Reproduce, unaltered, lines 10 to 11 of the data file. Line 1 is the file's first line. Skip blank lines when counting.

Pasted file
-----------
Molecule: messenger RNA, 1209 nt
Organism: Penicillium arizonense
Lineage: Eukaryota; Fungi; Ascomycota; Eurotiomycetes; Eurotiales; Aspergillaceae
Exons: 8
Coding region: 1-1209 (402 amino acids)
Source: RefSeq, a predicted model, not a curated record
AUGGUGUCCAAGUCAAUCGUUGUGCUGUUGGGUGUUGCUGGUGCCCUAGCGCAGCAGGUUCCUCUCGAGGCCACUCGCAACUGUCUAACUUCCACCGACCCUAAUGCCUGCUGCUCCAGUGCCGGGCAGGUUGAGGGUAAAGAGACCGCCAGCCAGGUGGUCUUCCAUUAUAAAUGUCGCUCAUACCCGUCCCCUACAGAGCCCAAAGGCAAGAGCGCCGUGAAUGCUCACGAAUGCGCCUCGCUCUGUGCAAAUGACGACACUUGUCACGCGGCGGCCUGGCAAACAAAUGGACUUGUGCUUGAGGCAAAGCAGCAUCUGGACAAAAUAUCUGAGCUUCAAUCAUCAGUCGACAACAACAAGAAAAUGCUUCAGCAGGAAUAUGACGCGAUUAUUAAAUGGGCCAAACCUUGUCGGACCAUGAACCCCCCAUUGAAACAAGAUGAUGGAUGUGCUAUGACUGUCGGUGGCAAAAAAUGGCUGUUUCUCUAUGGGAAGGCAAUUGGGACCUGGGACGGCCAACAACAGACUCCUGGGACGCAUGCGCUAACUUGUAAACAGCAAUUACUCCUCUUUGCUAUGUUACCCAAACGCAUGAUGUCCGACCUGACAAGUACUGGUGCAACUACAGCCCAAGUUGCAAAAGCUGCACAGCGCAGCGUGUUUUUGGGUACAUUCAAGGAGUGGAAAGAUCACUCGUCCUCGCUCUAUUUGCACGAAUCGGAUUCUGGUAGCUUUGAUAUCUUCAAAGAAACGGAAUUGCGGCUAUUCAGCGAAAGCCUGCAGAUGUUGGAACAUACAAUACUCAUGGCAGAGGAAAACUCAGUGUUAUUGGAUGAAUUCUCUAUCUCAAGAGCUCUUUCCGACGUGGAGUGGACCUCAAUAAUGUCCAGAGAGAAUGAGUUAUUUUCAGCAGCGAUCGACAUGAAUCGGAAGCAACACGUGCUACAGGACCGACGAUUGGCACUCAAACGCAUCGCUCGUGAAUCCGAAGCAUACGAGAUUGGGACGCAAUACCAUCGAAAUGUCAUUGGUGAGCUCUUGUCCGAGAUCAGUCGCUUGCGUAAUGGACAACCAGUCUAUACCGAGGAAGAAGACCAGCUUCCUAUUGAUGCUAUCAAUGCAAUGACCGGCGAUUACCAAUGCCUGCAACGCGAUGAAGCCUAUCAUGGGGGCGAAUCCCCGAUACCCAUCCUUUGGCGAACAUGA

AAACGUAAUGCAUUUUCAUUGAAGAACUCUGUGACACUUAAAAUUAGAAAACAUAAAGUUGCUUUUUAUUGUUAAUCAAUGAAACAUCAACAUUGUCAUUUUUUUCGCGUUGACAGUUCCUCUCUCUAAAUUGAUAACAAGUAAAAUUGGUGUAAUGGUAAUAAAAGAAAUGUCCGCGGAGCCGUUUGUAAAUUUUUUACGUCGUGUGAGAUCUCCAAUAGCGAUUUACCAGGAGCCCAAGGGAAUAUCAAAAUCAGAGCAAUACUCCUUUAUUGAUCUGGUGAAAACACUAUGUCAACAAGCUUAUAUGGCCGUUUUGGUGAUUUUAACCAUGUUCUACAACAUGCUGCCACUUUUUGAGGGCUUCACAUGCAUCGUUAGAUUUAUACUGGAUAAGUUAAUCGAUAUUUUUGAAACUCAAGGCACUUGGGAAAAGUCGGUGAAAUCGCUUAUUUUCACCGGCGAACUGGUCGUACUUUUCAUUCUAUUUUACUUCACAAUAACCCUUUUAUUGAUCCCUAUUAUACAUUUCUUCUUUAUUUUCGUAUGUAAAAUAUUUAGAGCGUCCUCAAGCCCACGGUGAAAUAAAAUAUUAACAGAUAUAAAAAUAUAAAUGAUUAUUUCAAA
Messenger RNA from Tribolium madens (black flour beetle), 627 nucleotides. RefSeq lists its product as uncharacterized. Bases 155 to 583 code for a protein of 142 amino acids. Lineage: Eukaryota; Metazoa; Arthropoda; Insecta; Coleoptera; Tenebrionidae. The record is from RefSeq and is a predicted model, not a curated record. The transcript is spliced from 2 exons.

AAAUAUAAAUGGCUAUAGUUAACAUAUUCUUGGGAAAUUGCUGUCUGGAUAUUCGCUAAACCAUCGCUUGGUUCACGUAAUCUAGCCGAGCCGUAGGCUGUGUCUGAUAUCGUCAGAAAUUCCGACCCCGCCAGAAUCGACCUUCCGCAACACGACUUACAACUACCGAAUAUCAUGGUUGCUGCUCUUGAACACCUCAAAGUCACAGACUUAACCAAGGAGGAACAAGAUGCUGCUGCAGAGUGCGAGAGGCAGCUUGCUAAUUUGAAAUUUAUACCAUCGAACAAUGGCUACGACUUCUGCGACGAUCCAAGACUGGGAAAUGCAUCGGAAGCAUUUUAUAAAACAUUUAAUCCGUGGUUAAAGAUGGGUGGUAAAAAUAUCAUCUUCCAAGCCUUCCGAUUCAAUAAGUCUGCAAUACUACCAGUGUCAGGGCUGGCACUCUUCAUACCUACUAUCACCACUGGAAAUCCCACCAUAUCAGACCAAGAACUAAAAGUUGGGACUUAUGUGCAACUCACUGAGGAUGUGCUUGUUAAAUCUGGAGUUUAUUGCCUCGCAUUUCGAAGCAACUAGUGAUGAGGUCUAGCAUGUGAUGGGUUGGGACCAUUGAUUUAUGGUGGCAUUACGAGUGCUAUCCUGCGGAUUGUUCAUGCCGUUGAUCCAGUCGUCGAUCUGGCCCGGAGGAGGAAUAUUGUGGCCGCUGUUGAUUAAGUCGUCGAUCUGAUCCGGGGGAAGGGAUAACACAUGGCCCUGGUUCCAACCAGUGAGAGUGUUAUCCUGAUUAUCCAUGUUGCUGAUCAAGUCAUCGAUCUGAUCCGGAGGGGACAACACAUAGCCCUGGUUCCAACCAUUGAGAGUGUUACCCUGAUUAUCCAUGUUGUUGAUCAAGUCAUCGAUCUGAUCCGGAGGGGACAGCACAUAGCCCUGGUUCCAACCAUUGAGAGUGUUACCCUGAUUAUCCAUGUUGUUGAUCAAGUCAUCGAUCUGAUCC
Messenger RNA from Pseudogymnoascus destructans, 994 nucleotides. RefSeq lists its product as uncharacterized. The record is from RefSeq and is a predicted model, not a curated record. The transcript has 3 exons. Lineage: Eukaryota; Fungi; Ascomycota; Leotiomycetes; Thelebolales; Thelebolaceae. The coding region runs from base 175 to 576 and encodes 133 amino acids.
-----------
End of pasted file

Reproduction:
AAAUAUAAAUGGCUAUAGUUAACAUAUUCUUGGGAAAUUGCUGUCUGGAUAUUCGCUAAACCAUCGCUUGGUUCACGUAAUCUAGCCGAGCCGUAGGCUGUGUCUGAUAUCGUCAGAAAUUCCGACCCCGCCAGAAUCGACCUUCCGCAACACGACUUACAACUACCGAAUAUCAUGGUUGCUGCUCUUGAACACCUCAAAGUCACAGACUUAACCAAGGAGGAACAAGAUGCUGCUGCAGAGUGCGAGAGGCAGCUUGCUAAUUUGAAAUUUAUACCAUCGAACAAUGGCUACGACUUCUGCGACGAUCCAAGACUGGGAAAUGCAUCGGAAGCAUUUUAUAAAACAUUUAAUCCGUGGUUAAAGAUGGGUGGUAAAAAUAUCAUCUUCCAAGCCUUCCGAUUCAAUAAGUCUGCAAUACUACCAGUGUCAGGGCUGGCACUCUUCAUACCUACUAUCACCACUGGAAAUCCCACCAUAUCAGACCAAGAACUAAAAGUUGGGACUUAUGUGCAACUCACUGAGGAUGUGCUUGUUAAAUCUGGAGUUUAUUGCCUCGCAUUUCGAAGCAACUAGUGAUGAGGUCUAGCAUGUGAUGGGUUGGGACCAUUGAUUUAUGGUGGCAUUACGAGUGCUAUCCUGCGGAUUGUUCAUGCCGUUGAUCCAGUCGUCGAUCUGGCCCGGAGGAGGAAUAUUGUGGCCGCUGUUGAUUAAGUCGUCGAUCUGAUCCGGGGGAAGGGAUAACACAUGGCCCUGGUUCCAACCAGUGAGAGUGUUAUCCUGAUUAUCCAUGUUGCUGAUCAAGUCAUCGAUCUGAUCCGGAGGGGACAACACAUAGCCCUGGUUCCAACCAUUGAGAGUGUUACCCUGAUUAUCCAUGUUGUUGAUCAAGUCAUCGAUCUGAUCCGGAGGGGACAGCACAUAGCCCUGGUUCCAACCAUUGAGAGUGUUACCCUGAUUAUCCAUGUUGUUGAUCAAGUCAUCGAUCUGAUCC
Messenger RNA from Pseudogymnoascus destructans, 994 nucleotides. RefSeq lists its product as uncharacterized. The record is from RefSeq and is a predicted model, not a curated record. The transcript has 3 exons. Lineage: Eukaryota; Fungi; Ascomycota; Leotiomycetes; Thelebolales; Thelebolaceae. The coding region runs from base 175 to 576 and encodes 133 amino acids.